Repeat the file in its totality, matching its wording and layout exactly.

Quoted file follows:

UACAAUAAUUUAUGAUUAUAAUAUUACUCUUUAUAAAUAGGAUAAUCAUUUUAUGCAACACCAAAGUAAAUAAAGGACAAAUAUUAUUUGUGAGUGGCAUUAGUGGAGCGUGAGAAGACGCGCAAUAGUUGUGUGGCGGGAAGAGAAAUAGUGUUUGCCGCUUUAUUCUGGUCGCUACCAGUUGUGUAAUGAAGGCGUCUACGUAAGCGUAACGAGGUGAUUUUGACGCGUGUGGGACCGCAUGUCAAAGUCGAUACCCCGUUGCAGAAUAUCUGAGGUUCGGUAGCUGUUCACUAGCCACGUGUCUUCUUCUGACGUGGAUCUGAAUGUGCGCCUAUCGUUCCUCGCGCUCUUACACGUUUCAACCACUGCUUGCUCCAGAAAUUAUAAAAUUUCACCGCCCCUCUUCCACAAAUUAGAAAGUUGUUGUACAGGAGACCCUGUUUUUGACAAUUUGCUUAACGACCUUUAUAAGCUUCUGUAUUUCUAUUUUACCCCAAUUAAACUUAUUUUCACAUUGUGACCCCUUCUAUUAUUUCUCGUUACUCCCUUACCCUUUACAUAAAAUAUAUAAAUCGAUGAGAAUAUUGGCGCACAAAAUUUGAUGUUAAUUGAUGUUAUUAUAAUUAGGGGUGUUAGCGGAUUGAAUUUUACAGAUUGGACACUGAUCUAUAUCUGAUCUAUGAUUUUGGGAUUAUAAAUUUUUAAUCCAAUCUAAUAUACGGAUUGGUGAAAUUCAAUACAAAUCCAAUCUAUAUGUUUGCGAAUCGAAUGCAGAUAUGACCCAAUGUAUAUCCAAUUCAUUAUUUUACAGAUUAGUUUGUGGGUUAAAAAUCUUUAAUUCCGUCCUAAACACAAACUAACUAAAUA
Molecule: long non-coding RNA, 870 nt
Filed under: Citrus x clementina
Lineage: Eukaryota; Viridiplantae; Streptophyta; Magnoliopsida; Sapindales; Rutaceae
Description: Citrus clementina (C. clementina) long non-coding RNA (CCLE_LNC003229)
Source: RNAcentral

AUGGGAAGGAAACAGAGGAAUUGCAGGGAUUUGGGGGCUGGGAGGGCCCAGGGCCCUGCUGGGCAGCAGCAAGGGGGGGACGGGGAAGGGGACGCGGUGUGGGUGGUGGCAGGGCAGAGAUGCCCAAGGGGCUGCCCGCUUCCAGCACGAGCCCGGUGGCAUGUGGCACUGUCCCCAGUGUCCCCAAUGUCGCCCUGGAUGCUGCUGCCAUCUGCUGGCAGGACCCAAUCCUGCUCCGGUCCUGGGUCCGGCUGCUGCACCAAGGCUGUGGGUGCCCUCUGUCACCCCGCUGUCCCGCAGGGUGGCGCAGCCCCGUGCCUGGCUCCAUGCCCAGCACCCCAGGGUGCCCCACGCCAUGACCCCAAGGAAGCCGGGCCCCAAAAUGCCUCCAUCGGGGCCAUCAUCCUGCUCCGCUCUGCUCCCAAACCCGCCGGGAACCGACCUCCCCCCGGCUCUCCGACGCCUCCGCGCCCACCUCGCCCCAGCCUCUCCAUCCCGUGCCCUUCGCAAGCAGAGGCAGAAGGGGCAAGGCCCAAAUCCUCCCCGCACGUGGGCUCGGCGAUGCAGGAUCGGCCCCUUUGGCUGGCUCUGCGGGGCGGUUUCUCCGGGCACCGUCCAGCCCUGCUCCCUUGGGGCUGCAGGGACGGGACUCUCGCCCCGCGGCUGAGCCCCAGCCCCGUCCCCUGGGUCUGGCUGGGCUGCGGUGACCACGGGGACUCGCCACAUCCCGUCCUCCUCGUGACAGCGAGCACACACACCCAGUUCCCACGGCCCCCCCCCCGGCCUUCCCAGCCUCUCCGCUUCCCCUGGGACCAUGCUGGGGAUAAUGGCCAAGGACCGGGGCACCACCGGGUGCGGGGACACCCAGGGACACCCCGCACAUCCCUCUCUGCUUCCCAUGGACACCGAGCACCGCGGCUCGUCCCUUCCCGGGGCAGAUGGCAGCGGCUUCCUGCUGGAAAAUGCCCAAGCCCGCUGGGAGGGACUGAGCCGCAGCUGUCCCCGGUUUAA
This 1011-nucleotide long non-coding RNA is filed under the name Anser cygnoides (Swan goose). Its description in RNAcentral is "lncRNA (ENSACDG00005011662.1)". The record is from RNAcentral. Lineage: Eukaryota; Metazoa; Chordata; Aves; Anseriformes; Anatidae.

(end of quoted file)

UACAAUAAUUUAUGAUUAUAAUAUUACUCUUUAUAAAUAGGAUAAUCAUUUUAUGCAACACCAAAGUAAAUAAAGGACAAAUAUUAUUUGUGAGUGGCAUUAGUGGAGCGUGAGAAGACGCGCAAUAGUUGUGUGGCGGGAAGAGAAAUAGUGUUUGCCGCUUUAUUCUGGUCGCUACCAGUUGUGUAAUGAAGGCGUCUACGUAAGCGUAACGAGGUGAUUUUGACGCGUGUGGGACCGCAUGUCAAAGUCGAUACCCCGUUGCAGAAUAUCUGAGGUUCGGUAGCUGUUCACUAGCCACGUGUCUUCUUCUGACGUGGAUCUGAAUGUGCGCCUAUCGUUCCUCGCGCUCUUACACGUUUCAACCACUGCUUGCUCCAGAAAUUAUAAAAUUUCACCGCCCCUCUUCCACAAAUUAGAAAGUUGUUGUACAGGAGACCCUGUUUUUGACAAUUUGCUUAACGACCUUUAUAAGCUUCUGUAUUUCUAUUUUACCCCAAUUAAACUUAUUUUCACAUUGUGACCCCUUCUAUUAUUUCUCGUUACUCCCUUACCCUUUACAUAAAAUAUAUAAAUCGAUGAGAAUAUUGGCGCACAAAAUUUGAUGUUAAUUGAUGUUAUUAUAAUUAGGGGUGUUAGCGGAUUGAAUUUUACAGAUUGGACACUGAUCUAUAUCUGAUCUAUGAUUUUGGGAUUAUAAAUUUUUAAUCCAAUCUAAUAUACGGAUUGGUGAAAUUCAAUACAAAUCCAAUCUAUAUGUUUGCGAAUCGAAUGCAGAUAUGACCCAAUGUAUAUCCAAUUCAUUAUUUUACAGAUUAGUUUGUGGGUUAAAAAUCUUUAAUUCCGUCCUAAACACAAACUAACUAAAUA
Molecule: long non-coding RNA, 870 nt
Filed under: Citrus x clementina
Lineage: Eukaryota; Viridiplantae; Streptophyta; Magnoliopsida; Sapindales; Rutaceae
Description: Citrus clementina (C. clementina) long non-coding RNA (CCLE_LNC003229)
Source: RNAcentral

AUGGGAAGGAAACAGAGGAAUUGCAGGGAUUUGGGGGCUGGGAGGGCCCAGGGCCCUGCUGGGCAGCAGCAAGGGGGGGACGGGGAAGGGGACGCGGUGUGGGUGGUGGCAGGGCAGAGAUGCCCAAGGGGCUGCCCGCUUCCAGCACGAGCCCGGUGGCAUGUGGCACUGUCCCCAGUGUCCCCAAUGUCGCCCUGGAUGCUGCUGCCAUCUGCUGGCAGGACCCAAUCCUGCUCCGGUCCUGGGUCCGGCUGCUGCACCAAGGCUGUGGGUGCCCUCUGUCACCCCGCUGUCCCGCAGGGUGGCGCAGCCCCGUGCCUGGCUCCAUGCCCAGCACCCCAGGGUGCCCCACGCCAUGACCCCAAGGAAGCCGGGCCCCAAAAUGCCUCCAUCGGGGCCAUCAUCCUGCUCCGCUCUGCUCCCAAACCCGCCGGGAACCGACCUCCCCCCGGCUCUCCGACGCCUCCGCGCCCACCUCGCCCCAGCCUCUCCAUCCCGUGCCCUUCGCAAGCAGAGGCAGAAGGGGCAAGGCCCAAAUCCUCCCCGCACGUGGGCUCGGCGAUGCAGGAUCGGCCCCUUUGGCUGGCUCUGCGGGGCGGUUUCUCCGGGCACCGUCCAGCCCUGCUCCCUUGGGGCUGCAGGGACGGGACUCUCGCCCCGCGGCUGAGCCCCAGCCCCGUCCCCUGGGUCUGGCUGGGCUGCGGUGACCACGGGGACUCGCCACAUCCCGUCCUCCUCGUGACAGCGAGCACACACACCCAGUUCCCACGGCCCCCCCCCCGGCCUUCCCAGCCUCUCCGCUUCCCCUGGGACCAUGCUGGGGAUAAUGGCCAAGGACCGGGGCACCACCGGGUGCGGGGACACCCAGGGACACCCCGCACAUCCCUCUCUGCUUCCCAUGGACACCGAGCACCGCGGCUCGUCCCUUCCCGGGGCAGAUGGCAGCGGCUUCCUGCUGGAAAAUGCCCAAGCCCGCUGGGAGGGACUGAGCCGCAGCUGUCCCCGGUUUAA
This 1011-nucleotide long non-coding RNA is filed under the name Anser cygnoides (Swan goose). Its description in RNAcentral is "lncRNA (ENSACDG00005011662.1)". The record is from RNAcentral. Lineage: Eukaryota; Metazoa; Chordata; Aves; Anseriformes; Anatidae.